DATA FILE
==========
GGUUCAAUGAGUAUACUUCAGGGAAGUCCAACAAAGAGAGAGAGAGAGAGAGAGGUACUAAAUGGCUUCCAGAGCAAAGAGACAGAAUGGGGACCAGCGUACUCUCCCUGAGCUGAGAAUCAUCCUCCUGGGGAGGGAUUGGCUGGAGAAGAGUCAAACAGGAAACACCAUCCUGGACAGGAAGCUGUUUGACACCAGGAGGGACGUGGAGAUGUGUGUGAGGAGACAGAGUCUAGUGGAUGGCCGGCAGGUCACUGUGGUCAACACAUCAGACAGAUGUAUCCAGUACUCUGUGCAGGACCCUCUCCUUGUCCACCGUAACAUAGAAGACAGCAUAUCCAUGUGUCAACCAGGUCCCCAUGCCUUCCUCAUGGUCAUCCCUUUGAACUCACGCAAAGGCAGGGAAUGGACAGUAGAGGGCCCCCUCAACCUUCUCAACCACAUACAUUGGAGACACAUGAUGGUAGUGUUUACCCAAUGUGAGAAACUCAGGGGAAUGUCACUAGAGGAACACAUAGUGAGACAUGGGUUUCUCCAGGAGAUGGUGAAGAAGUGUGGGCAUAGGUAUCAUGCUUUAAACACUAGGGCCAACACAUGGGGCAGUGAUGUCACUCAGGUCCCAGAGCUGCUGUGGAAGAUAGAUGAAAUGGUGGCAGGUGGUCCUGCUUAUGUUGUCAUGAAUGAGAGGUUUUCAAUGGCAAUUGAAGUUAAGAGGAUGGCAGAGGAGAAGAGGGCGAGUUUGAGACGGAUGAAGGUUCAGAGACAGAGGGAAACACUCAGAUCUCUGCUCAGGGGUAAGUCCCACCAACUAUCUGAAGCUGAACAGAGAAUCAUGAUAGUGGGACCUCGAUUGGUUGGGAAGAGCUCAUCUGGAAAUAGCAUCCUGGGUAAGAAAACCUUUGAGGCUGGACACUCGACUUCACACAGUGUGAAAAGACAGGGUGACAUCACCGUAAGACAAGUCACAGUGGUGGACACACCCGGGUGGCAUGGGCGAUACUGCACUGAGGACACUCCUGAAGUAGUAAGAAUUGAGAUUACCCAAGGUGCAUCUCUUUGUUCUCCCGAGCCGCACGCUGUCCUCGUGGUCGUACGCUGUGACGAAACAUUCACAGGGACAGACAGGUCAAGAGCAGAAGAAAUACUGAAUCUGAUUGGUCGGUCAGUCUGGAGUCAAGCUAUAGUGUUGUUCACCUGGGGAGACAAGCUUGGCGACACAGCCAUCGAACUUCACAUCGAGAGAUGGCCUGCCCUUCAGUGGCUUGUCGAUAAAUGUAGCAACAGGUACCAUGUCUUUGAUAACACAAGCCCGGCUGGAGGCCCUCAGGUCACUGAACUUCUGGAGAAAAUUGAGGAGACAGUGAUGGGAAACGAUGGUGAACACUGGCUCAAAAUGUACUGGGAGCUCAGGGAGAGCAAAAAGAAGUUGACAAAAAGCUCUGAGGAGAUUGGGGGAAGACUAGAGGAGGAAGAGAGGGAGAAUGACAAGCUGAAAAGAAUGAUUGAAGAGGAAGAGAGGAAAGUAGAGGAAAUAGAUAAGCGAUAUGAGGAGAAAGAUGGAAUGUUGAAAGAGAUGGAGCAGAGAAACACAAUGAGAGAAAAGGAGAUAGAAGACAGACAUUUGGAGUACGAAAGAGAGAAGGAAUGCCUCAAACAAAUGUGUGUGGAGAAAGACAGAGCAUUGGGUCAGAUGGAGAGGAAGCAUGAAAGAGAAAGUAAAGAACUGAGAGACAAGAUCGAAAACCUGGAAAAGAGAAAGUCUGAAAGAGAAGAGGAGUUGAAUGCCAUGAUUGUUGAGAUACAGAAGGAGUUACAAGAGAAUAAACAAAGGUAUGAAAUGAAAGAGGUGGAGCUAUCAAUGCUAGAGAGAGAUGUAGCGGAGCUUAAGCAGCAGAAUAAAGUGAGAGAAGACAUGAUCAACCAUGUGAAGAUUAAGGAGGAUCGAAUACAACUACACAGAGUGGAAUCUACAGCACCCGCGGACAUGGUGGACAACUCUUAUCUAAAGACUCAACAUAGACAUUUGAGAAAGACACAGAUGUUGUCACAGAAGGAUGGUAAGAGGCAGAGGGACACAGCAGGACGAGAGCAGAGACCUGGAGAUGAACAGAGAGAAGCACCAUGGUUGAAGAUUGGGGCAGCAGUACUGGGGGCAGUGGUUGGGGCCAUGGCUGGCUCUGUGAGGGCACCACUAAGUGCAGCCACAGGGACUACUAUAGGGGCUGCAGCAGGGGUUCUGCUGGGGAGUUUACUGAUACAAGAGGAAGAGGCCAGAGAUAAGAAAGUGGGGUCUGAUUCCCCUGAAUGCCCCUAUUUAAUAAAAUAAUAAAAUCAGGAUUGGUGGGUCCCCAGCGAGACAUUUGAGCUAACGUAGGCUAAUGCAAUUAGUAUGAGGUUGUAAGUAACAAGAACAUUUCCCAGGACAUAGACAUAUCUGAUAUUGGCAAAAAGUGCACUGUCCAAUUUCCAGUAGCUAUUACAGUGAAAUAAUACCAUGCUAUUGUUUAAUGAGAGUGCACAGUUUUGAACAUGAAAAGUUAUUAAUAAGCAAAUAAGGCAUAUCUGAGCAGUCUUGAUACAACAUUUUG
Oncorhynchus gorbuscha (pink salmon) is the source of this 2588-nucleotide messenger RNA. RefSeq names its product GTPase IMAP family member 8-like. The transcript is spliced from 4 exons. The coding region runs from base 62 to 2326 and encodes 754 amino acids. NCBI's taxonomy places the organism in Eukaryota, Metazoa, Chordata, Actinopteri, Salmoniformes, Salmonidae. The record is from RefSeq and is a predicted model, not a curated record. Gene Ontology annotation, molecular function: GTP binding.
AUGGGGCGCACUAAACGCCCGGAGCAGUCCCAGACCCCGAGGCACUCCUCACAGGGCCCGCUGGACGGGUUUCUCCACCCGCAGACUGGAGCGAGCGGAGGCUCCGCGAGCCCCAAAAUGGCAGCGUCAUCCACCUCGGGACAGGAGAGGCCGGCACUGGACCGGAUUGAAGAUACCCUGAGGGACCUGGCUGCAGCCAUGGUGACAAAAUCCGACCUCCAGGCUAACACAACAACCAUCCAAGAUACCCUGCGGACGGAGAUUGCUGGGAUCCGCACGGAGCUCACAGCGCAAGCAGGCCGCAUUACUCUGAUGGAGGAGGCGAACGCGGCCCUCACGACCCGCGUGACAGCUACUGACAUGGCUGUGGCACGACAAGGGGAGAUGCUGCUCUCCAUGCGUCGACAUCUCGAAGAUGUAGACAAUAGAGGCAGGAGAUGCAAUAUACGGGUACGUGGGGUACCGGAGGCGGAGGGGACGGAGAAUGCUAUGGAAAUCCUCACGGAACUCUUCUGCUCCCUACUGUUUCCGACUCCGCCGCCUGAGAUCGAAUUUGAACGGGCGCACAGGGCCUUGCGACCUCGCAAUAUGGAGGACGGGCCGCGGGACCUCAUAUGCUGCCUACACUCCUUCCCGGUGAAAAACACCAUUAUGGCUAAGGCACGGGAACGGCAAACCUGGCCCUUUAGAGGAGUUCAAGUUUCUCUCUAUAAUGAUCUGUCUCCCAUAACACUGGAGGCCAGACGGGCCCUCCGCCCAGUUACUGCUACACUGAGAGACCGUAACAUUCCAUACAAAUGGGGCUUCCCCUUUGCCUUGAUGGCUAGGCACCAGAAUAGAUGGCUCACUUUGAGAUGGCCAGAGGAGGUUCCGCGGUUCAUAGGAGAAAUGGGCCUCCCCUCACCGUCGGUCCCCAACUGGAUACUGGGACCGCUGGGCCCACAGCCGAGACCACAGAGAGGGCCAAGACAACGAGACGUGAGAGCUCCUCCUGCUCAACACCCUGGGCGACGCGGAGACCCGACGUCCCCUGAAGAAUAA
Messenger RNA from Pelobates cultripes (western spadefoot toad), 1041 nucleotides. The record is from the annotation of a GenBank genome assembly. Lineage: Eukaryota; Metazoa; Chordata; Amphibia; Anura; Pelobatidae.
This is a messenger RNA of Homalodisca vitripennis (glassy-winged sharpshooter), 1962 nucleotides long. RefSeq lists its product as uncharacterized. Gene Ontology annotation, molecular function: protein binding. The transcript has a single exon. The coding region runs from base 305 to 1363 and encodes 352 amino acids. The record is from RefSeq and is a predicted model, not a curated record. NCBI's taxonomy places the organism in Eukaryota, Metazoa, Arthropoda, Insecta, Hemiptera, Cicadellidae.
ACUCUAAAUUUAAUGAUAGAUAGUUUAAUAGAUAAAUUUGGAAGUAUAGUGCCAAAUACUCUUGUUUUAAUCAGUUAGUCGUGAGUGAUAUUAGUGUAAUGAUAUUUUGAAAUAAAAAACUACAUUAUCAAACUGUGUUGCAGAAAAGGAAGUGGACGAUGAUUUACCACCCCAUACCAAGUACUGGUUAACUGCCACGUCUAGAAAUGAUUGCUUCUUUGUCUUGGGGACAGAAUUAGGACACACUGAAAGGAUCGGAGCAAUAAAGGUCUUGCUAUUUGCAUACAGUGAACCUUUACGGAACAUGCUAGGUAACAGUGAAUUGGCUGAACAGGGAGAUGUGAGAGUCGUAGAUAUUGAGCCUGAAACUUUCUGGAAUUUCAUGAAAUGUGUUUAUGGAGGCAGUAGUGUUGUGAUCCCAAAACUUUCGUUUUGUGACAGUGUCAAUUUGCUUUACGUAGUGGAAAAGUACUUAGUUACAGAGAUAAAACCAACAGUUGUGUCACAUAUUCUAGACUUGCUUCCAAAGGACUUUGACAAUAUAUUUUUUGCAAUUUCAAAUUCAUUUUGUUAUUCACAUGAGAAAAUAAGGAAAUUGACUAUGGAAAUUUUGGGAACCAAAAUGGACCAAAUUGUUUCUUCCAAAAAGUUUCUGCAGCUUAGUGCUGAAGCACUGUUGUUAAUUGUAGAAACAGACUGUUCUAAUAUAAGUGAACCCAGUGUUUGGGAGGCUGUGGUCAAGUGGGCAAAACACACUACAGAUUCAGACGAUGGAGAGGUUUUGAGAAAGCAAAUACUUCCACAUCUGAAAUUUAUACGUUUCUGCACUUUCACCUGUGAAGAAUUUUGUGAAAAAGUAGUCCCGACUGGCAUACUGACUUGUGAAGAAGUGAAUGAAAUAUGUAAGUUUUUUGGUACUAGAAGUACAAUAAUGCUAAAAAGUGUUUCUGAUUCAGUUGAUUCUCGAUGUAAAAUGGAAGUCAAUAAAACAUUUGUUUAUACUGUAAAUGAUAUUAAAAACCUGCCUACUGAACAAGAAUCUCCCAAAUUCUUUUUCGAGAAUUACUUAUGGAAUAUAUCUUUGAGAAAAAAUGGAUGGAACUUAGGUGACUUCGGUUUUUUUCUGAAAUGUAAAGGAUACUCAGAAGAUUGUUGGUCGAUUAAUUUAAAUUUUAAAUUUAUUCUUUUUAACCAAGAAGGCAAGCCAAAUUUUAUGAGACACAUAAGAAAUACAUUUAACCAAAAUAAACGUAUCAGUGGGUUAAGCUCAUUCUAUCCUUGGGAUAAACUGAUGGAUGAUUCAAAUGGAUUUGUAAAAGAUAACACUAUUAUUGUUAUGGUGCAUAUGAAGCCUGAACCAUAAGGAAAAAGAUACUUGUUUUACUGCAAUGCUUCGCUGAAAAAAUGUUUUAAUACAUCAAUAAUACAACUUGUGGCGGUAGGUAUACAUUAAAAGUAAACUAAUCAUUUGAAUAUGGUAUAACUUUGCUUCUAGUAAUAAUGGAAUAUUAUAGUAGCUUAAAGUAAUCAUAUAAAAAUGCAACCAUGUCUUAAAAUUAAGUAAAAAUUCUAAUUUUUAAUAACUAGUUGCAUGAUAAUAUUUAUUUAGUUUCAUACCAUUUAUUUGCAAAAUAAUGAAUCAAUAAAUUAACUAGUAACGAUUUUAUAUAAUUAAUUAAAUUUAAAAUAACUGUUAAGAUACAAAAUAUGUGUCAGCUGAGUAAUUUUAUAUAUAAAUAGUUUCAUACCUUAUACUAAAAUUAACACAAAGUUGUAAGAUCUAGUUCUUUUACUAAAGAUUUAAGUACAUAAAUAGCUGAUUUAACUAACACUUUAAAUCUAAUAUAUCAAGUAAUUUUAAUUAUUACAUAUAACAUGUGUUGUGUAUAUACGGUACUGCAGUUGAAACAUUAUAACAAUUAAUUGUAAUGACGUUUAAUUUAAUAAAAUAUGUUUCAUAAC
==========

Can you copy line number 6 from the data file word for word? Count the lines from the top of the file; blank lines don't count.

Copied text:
ACUCUAAAUUUAAUGAUAGAUAGUUUAAUAGAUAAAUUUGGAAGUAUAGUGCCAAAUACUCUUGUUUUAAUCAGUUAGUCGUGAGUGAUAUUAGUGUAAUGAUAUUUUGAAAUAAAAAACUACAUUAUCAAACUGUGUUGCAGAAAAGGAAGUGGACGAUGAUUUACCACCCCAUACCAAGUACUGGUUAACUGCCACGUCUAGAAAUGAUUGCUUCUUUGUCUUGGGGACAGAAUUAGGACACACUGAAAGGAUCGGAGCAAUAAAGGUCUUGCUAUUUGCAUACAGUGAACCUUUACGGAACAUGCUAGGUAACAGUGAAUUGGCUGAACAGGGAGAUGUGAGAGUCGUAGAUAUUGAGCCUGAAACUUUCUGGAAUUUCAUGAAAUGUGUUUAUGGAGGCAGUAGUGUUGUGAUCCCAAAACUUUCGUUUUGUGACAGUGUCAAUUUGCUUUACGUAGUGGAAAAGUACUUAGUUACAGAGAUAAAACCAACAGUUGUGUCACAUAUUCUAGACUUGCUUCCAAAGGACUUUGACAAUAUAUUUUUUGCAAUUUCAAAUUCAUUUUGUUAUUCACAUGAGAAAAUAAGGAAAUUGACUAUGGAAAUUUUGGGAACCAAAAUGGACCAAAUUGUUUCUUCCAAAAAGUUUCUGCAGCUUAGUGCUGAAGCACUGUUGUUAAUUGUAGAAACAGACUGUUCUAAUAUAAGUGAACCCAGUGUUUGGGAGGCUGUGGUCAAGUGGGCAAAACACACUACAGAUUCAGACGAUGGAGAGGUUUUGAGAAAGCAAAUACUUCCACAUCUGAAAUUUAUACGUUUCUGCACUUUCACCUGUGAAGAAUUUUGUGAAAAAGUAGUCCCGACUGGCAUACUGACUUGUGAAGAAGUGAAUGAAAUAUGUAAGUUUUUUGGUACUAGAAGUACAAUAAUGCUAAAAAGUGUUUCUGAUUCAGUUGAUUCUCGAUGUAAAAUGGAAGUCAAUAAAACAUUUGUUUAUACUGUAAAUGAUAUUAAAAACCUGCCUACUGAACAAGAAUCUCCCAAAUUCUUUUUCGAGAAUUACUUAUGGAAUAUAUCUUUGAGAAAAAAUGGAUGGAACUUAGGUGACUUCGGUUUUUUUCUGAAAUGUAAAGGAUACUCAGAAGAUUGUUGGUCGAUUAAUUUAAAUUUUAAAUUUAUUCUUUUUAACCAAGAAGGCAAGCCAAAUUUUAUGAGACACAUAAGAAAUACAUUUAACCAAAAUAAACGUAUCAGUGGGUUAAGCUCAUUCUAUCCUUGGGAUAAACUGAUGGAUGAUUCAAAUGGAUUUGUAAAAGAUAACACUAUUAUUGUUAUGGUGCAUAUGAAGCCUGAACCAUAAGGAAAAAGAUACUUGUUUUACUGCAAUGCUUCGCUGAAAAAAUGUUUUAAUACAUCAAUAAUACAACUUGUGGCGGUAGGUAUACAUUAAAAGUAAACUAAUCAUUUGAAUAUGGUAUAACUUUGCUUCUAGUAAUAAUGGAAUAUUAUAGUAGCUUAAAGUAAUCAUAUAAAAAUGCAACCAUGUCUUAAAAUUAAGUAAAAAUUCUAAUUUUUAAUAACUAGUUGCAUGAUAAUAUUUAUUUAGUUUCAUACCAUUUAUUUGCAAAAUAAUGAAUCAAUAAAUUAACUAGUAACGAUUUUAUAUAAUUAAUUAAAUUUAAAAUAACUGUUAAGAUACAAAAUAUGUGUCAGCUGAGUAAUUUUAUAUAUAAAUAGUUUCAUACCUUAUACUAAAAUUAACACAAAGUUGUAAGAUCUAGUUCUUUUACUAAAGAUUUAAGUACAUAAAUAGCUGAUUUAACUAACACUUUAAAUCUAAUAUAUCAAGUAAUUUUAAUUAUUACAUAUAACAUGUGUUGUGUAUAUACGGUACUGCAGUUGAAACAUUAUAACAAUUAAUUGUAAUGACGUUUAAUUUAAUAAAAUAUGUUUCAUAAC